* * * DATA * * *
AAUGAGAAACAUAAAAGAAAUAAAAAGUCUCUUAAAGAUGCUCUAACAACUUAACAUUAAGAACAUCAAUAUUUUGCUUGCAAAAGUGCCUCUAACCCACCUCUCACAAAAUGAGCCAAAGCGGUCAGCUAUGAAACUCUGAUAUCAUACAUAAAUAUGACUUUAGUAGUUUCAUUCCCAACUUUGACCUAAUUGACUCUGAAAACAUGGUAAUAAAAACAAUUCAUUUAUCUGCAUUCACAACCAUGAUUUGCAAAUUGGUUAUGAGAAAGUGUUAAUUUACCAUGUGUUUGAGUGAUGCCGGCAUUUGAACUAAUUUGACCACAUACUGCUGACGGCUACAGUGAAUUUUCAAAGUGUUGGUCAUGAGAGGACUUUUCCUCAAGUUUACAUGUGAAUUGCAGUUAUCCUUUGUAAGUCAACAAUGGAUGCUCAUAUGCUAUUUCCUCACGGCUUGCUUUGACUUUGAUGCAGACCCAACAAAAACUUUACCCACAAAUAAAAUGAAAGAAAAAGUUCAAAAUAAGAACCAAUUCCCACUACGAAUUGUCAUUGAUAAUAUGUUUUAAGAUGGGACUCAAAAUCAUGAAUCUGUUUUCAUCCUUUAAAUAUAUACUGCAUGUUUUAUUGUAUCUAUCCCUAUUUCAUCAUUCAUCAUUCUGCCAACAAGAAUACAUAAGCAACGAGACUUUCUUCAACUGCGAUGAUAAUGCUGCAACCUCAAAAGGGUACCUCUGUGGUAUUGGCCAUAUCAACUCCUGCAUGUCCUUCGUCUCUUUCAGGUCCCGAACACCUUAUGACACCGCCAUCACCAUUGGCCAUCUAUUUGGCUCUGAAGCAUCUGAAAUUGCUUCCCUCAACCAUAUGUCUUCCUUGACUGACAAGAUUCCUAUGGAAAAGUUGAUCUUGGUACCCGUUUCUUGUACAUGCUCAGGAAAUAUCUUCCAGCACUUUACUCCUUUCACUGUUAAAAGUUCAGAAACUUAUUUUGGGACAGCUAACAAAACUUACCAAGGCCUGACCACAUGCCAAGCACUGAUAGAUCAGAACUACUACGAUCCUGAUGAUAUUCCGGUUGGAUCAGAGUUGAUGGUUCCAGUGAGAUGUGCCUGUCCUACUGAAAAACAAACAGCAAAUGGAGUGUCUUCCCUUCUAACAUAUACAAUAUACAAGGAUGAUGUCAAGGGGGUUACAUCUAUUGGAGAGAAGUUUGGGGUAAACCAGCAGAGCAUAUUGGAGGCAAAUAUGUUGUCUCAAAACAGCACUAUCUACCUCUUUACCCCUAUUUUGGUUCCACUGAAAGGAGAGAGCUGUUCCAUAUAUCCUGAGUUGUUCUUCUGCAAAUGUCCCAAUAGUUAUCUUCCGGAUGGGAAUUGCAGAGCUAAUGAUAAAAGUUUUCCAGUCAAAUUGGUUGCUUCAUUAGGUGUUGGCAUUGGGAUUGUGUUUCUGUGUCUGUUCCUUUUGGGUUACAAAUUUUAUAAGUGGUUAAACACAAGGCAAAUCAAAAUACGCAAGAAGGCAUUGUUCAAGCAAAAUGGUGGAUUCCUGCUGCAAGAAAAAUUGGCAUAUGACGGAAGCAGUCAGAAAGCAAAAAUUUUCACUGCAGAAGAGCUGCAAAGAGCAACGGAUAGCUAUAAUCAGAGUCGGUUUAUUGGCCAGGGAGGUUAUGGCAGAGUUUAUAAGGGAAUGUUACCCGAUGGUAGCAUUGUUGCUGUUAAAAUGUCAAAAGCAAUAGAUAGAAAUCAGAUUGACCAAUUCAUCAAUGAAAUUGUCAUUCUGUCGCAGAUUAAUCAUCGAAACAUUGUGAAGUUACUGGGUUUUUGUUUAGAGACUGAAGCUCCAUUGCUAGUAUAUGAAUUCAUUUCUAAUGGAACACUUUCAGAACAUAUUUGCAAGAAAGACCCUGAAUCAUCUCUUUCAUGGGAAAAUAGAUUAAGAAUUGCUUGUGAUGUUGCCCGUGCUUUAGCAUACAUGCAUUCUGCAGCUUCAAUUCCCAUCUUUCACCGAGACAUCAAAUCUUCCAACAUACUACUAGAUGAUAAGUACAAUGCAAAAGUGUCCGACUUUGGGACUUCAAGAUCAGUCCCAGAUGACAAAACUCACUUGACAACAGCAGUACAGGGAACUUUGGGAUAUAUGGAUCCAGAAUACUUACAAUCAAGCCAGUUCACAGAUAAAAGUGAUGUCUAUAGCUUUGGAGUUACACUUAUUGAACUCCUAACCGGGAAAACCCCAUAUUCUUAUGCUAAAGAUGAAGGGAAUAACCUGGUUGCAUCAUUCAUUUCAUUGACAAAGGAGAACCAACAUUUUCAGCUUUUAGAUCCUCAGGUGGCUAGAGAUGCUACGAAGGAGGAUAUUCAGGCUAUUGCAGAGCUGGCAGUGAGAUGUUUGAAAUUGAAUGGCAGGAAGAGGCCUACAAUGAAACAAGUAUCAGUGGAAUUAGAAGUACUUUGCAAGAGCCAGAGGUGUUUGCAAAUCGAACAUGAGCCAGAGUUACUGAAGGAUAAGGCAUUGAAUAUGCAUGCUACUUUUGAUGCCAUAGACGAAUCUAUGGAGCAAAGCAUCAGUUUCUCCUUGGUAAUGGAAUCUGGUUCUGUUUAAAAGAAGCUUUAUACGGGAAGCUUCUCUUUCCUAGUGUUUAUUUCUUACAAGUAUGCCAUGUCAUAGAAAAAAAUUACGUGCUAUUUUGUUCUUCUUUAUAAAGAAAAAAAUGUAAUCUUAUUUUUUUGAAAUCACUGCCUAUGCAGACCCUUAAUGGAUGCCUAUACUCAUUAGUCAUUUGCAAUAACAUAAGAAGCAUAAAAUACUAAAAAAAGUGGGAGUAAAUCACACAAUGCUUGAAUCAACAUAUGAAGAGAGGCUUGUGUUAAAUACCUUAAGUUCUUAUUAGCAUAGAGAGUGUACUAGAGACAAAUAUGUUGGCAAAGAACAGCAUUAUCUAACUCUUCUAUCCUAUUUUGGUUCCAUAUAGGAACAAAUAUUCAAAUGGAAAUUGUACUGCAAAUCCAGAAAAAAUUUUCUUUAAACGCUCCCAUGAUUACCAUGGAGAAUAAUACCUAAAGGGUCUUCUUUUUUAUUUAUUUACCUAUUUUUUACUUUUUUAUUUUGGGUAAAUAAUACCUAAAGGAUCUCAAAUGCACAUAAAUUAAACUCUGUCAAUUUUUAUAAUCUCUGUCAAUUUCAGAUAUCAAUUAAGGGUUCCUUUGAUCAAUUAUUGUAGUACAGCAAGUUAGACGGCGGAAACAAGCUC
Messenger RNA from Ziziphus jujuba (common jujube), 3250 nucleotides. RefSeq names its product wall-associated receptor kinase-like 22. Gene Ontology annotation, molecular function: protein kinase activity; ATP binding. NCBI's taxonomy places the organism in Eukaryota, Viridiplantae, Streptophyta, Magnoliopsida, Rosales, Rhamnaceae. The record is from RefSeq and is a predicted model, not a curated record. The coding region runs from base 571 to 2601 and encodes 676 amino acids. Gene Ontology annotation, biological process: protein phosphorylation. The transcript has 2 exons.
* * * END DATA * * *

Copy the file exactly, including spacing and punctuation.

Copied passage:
AAUGAGAAACAUAAAAGAAAUAAAAAGUCUCUUAAAGAUGCUCUAACAACUUAACAUUAAGAACAUCAAUAUUUUGCUUGCAAAAGUGCCUCUAACCCACCUCUCACAAAAUGAGCCAAAGCGGUCAGCUAUGAAACUCUGAUAUCAUACAUAAAUAUGACUUUAGUAGUUUCAUUCCCAACUUUGACCUAAUUGACUCUGAAAACAUGGUAAUAAAAACAAUUCAUUUAUCUGCAUUCACAACCAUGAUUUGCAAAUUGGUUAUGAGAAAGUGUUAAUUUACCAUGUGUUUGAGUGAUGCCGGCAUUUGAACUAAUUUGACCACAUACUGCUGACGGCUACAGUGAAUUUUCAAAGUGUUGGUCAUGAGAGGACUUUUCCUCAAGUUUACAUGUGAAUUGCAGUUAUCCUUUGUAAGUCAACAAUGGAUGCUCAUAUGCUAUUUCCUCACGGCUUGCUUUGACUUUGAUGCAGACCCAACAAAAACUUUACCCACAAAUAAAAUGAAAGAAAAAGUUCAAAAUAAGAACCAAUUCCCACUACGAAUUGUCAUUGAUAAUAUGUUUUAAGAUGGGACUCAAAAUCAUGAAUCUGUUUUCAUCCUUUAAAUAUAUACUGCAUGUUUUAUUGUAUCUAUCCCUAUUUCAUCAUUCAUCAUUCUGCCAACAAGAAUACAUAAGCAACGAGACUUUCUUCAACUGCGAUGAUAAUGCUGCAACCUCAAAAGGGUACCUCUGUGGUAUUGGCCAUAUCAACUCCUGCAUGUCCUUCGUCUCUUUCAGGUCCCGAACACCUUAUGACACCGCCAUCACCAUUGGCCAUCUAUUUGGCUCUGAAGCAUCUGAAAUUGCUUCCCUCAACCAUAUGUCUUCCUUGACUGACAAGAUUCCUAUGGAAAAGUUGAUCUUGGUACCCGUUUCUUGUACAUGCUCAGGAAAUAUCUUCCAGCACUUUACUCCUUUCACUGUUAAAAGUUCAGAAACUUAUUUUGGGACAGCUAACAAAACUUACCAAGGCCUGACCACAUGCCAAGCACUGAUAGAUCAGAACUACUACGAUCCUGAUGAUAUUCCGGUUGGAUCAGAGUUGAUGGUUCCAGUGAGAUGUGCCUGUCCUACUGAAAAACAAACAGCAAAUGGAGUGUCUUCCCUUCUAACAUAUACAAUAUACAAGGAUGAUGUCAAGGGGGUUACAUCUAUUGGAGAGAAGUUUGGGGUAAACCAGCAGAGCAUAUUGGAGGCAAAUAUGUUGUCUCAAAACAGCACUAUCUACCUCUUUACCCCUAUUUUGGUUCCACUGAAAGGAGAGAGCUGUUCCAUAUAUCCUGAGUUGUUCUUCUGCAAAUGUCCCAAUAGUUAUCUUCCGGAUGGGAAUUGCAGAGCUAAUGAUAAAAGUUUUCCAGUCAAAUUGGUUGCUUCAUUAGGUGUUGGCAUUGGGAUUGUGUUUCUGUGUCUGUUCCUUUUGGGUUACAAAUUUUAUAAGUGGUUAAACACAAGGCAAAUCAAAAUACGCAAGAAGGCAUUGUUCAAGCAAAAUGGUGGAUUCCUGCUGCAAGAAAAAUUGGCAUAUGACGGAAGCAGUCAGAAAGCAAAAAUUUUCACUGCAGAAGAGCUGCAAAGAGCAACGGAUAGCUAUAAUCAGAGUCGGUUUAUUGGCCAGGGAGGUUAUGGCAGAGUUUAUAAGGGAAUGUUACCCGAUGGUAGCAUUGUUGCUGUUAAAAUGUCAAAAGCAAUAGAUAGAAAUCAGAUUGACCAAUUCAUCAAUGAAAUUGUCAUUCUGUCGCAGAUUAAUCAUCGAAACAUUGUGAAGUUACUGGGUUUUUGUUUAGAGACUGAAGCUCCAUUGCUAGUAUAUGAAUUCAUUUCUAAUGGAACACUUUCAGAACAUAUUUGCAAGAAAGACCCUGAAUCAUCUCUUUCAUGGGAAAAUAGAUUAAGAAUUGCUUGUGAUGUUGCCCGUGCUUUAGCAUACAUGCAUUCUGCAGCUUCAAUUCCCAUCUUUCACCGAGACAUCAAAUCUUCCAACAUACUACUAGAUGAUAAGUACAAUGCAAAAGUGUCCGACUUUGGGACUUCAAGAUCAGUCCCAGAUGACAAAACUCACUUGACAACAGCAGUACAGGGAACUUUGGGAUAUAUGGAUCCAGAAUACUUACAAUCAAGCCAGUUCACAGAUAAAAGUGAUGUCUAUAGCUUUGGAGUUACACUUAUUGAACUCCUAACCGGGAAAACCCCAUAUUCUUAUGCUAAAGAUGAAGGGAAUAACCUGGUUGCAUCAUUCAUUUCAUUGACAAAGGAGAACCAACAUUUUCAGCUUUUAGAUCCUCAGGUGGCUAGAGAUGCUACGAAGGAGGAUAUUCAGGCUAUUGCAGAGCUGGCAGUGAGAUGUUUGAAAUUGAAUGGCAGGAAGAGGCCUACAAUGAAACAAGUAUCAGUGGAAUUAGAAGUACUUUGCAAGAGCCAGAGGUGUUUGCAAAUCGAACAUGAGCCAGAGUUACUGAAGGAUAAGGCAUUGAAUAUGCAUGCUACUUUUGAUGCCAUAGACGAAUCUAUGGAGCAAAGCAUCAGUUUCUCCUUGGUAAUGGAAUCUGGUUCUGUUUAAAAGAAGCUUUAUACGGGAAGCUUCUCUUUCCUAGUGUUUAUUUCUUACAAGUAUGCCAUGUCAUAGAAAAAAAUUACGUGCUAUUUUGUUCUUCUUUAUAAAGAAAAAAAUGUAAUCUUAUUUUUUUGAAAUCACUGCCUAUGCAGACCCUUAAUGGAUGCCUAUACUCAUUAGUCAUUUGCAAUAACAUAAGAAGCAUAAAAUACUAAAAAAAGUGGGAGUAAAUCACACAAUGCUUGAAUCAACAUAUGAAGAGAGGCUUGUGUUAAAUACCUUAAGUUCUUAUUAGCAUAGAGAGUGUACUAGAGACAAAUAUGUUGGCAAAGAACAGCAUUAUCUAACUCUUCUAUCCUAUUUUGGUUCCAUAUAGGAACAAAUAUUCAAAUGGAAAUUGUACUGCAAAUCCAGAAAAAAUUUUCUUUAAACGCUCCCAUGAUUACCAUGGAGAAUAAUACCUAAAGGGUCUUCUUUUUUAUUUAUUUACCUAUUUUUUACUUUUUUAUUUUGGGUAAAUAAUACCUAAAGGAUCUCAAAUGCACAUAAAUUAAACUCUGUCAAUUUUUAUAAUCUCUGUCAAUUUCAGAUAUCAAUUAAGGGUUCCUUUGAUCAAUUAUUGUAGUACAGCAAGUUAGACGGCGGAAACAAGCUC
Messenger RNA from Ziziphus jujuba (common jujube), 3250 nucleotides. RefSeq names its product wall-associated receptor kinase-like 22. Gene Ontology annotation, molecular function: protein kinase activity; ATP binding. NCBI's taxonomy places the organism in Eukaryota, Viridiplantae, Streptophyta, Magnoliopsida, Rosales, Rhamnaceae. The record is from RefSeq and is a predicted model, not a curated record. The coding region runs from base 571 to 2601 and encodes 676 amino acids. Gene Ontology annotation, biological process: protein phosphorylation. The transcript has 2 exons.